President Trump has selected Scott Pruitt to lead the EPA, although it is important to note that Pruitt still needs to be confirmed by Congress. Pruitt is a completely unwarranted choice to lead the EPA as his ideals stand as the antithesis to the mission of the EPA. In fact, Pruitt has sued the EPA a total of 14 times (Source). These lawsuits all revolved around attempting to block or overturn regulations the EPA enforces to help protect the environment and human health. (Source) It is very concerning to imagine the anti-environmental-protection Pruitt leading the agency whose mission revolves around protecting the environment. How do you protect the environment if you don’t set regulations and standard for corporations to adhere to? Corporations are notorious for disregarding environmental well-being in order to maximize profits (Example 1, Example 2, Example 3), and there needs to be governmental oversight to ensure that corporations can’t simply pollute and destroy the environment when it suits them. Instead of previously being an advocate for environmental health through the use of regulations, Pruitt has simply repeatedly sued the EPA on behalf of corporations in an attempt to get rid of whatever regulations stand in the way of those corporations. These corporations would then donate large sums of money to Pruitt as a “thank you.” (Source) Pruitt obviously has a conflict of interest when it comes to leading the EPA, and he should not have ever been considered for the task.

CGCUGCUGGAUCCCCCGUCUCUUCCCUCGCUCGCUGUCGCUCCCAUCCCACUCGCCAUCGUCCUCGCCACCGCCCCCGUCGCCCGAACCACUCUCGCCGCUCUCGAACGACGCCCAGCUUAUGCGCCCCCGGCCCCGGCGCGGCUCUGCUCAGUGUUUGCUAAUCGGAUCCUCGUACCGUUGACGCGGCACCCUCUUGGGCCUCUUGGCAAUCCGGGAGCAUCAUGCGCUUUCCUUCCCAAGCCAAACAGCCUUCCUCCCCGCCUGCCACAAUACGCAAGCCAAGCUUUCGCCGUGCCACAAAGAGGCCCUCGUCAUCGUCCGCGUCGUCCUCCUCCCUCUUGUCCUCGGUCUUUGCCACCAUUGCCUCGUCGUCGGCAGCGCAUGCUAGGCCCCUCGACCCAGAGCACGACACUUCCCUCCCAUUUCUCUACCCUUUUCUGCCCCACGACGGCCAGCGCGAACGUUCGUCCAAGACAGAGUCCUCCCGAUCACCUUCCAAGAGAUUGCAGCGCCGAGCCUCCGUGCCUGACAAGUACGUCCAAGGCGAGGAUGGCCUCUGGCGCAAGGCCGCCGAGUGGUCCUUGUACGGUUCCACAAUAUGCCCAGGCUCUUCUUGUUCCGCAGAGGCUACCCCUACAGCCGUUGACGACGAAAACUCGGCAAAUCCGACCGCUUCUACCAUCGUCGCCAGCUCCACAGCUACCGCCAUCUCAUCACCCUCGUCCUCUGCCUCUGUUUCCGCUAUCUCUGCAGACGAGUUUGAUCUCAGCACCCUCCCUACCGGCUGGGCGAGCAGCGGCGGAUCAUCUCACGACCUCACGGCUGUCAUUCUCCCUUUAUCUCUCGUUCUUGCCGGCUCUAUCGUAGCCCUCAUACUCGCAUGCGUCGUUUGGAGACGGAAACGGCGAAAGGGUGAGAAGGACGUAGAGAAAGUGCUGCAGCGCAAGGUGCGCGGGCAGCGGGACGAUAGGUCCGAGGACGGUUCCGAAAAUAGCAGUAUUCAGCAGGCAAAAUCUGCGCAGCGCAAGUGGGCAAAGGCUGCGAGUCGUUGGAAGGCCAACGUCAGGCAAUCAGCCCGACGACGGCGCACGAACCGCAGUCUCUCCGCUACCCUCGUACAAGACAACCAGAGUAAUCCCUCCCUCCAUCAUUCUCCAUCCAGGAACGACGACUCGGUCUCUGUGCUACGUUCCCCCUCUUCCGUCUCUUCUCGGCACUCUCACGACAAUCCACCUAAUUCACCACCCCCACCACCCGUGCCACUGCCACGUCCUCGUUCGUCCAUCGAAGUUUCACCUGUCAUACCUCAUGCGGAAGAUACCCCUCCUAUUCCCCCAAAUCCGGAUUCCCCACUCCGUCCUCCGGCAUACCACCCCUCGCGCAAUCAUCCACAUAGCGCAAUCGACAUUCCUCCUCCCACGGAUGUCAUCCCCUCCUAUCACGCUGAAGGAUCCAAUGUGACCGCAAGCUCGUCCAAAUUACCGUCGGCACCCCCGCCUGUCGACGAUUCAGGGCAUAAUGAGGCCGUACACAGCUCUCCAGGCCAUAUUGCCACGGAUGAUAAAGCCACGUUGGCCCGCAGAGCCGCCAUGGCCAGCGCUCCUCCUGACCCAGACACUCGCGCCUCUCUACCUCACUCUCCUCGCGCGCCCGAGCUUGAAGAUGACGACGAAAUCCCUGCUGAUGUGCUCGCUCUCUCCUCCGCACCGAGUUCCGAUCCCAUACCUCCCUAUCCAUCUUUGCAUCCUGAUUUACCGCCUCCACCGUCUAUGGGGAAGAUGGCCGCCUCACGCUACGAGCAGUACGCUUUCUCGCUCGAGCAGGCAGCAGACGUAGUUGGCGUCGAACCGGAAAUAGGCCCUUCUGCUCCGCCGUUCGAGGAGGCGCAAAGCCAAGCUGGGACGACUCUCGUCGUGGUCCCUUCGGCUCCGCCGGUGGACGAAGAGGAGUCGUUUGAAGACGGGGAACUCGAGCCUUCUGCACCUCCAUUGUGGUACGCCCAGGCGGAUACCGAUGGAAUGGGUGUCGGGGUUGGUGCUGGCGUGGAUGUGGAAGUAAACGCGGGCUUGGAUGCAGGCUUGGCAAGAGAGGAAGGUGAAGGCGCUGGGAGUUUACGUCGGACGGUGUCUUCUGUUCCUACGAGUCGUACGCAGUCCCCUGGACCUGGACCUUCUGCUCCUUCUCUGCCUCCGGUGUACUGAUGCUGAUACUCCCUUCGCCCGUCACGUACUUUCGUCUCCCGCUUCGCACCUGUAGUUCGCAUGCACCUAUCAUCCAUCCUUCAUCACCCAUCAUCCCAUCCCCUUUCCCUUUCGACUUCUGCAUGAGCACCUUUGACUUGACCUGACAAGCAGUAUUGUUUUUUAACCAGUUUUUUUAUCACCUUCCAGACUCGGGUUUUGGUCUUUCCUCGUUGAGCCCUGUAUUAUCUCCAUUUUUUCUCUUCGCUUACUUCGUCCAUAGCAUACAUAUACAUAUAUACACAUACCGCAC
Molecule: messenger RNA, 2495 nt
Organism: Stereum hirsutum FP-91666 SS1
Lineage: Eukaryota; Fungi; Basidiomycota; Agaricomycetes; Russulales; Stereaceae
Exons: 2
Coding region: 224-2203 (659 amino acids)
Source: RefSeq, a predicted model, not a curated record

There are two other concerns involving Pruitt in addition to his anti-EPA history. First, he is a supporter of states having more control in regulations and environmental standards. (Source) This might not sound bad at first, but giving states control could have serious repercussions. Pollution does not adhere to state boundaries, and air pollution and water pollution can easily cross state lines. If one state has relaxed regulations, any legal pollution could easily cross state lines and that other state would have no way of putting an end to whoever is creating the pollution, as that is out of their jurisdiction. Here’s a real-life example. The Illinois River is a tributary to the Arkansas River. The Illinois River begins in Arkansas and flows into Oklahoma before draining into the Arkansas River. Over the past several decades, chicken farms and city wastewater plants located upstream in Arkansas were responsible for dumping high amounts of phosphorus and nitrates into the Illinois River. (Source) When the Illinois River flowed into neighboring Oklahoma, the phosphorus-laden water caused massive algal blooms and lowered the amount of dissolved oxygen in the water. This not only made the Illinois River unattractive for recreational use, but also stressed the aquatic life due to the oxygen-deprived water. Federal courts ruled that upstream states are responsible for the water quality in downstream states, and Arkansas began working to lower the phosphorus and nitrate levels in the Illinois River for Oklahoma. Had regulations been left to the states, Oklahoma would have had no way of forcing the corporations and cities in Arkansas to comply with phosphorus and nitrate level standards. When it comes to pollution and environmental health, there has to be federal oversight to ensure all problems will get addressed equally.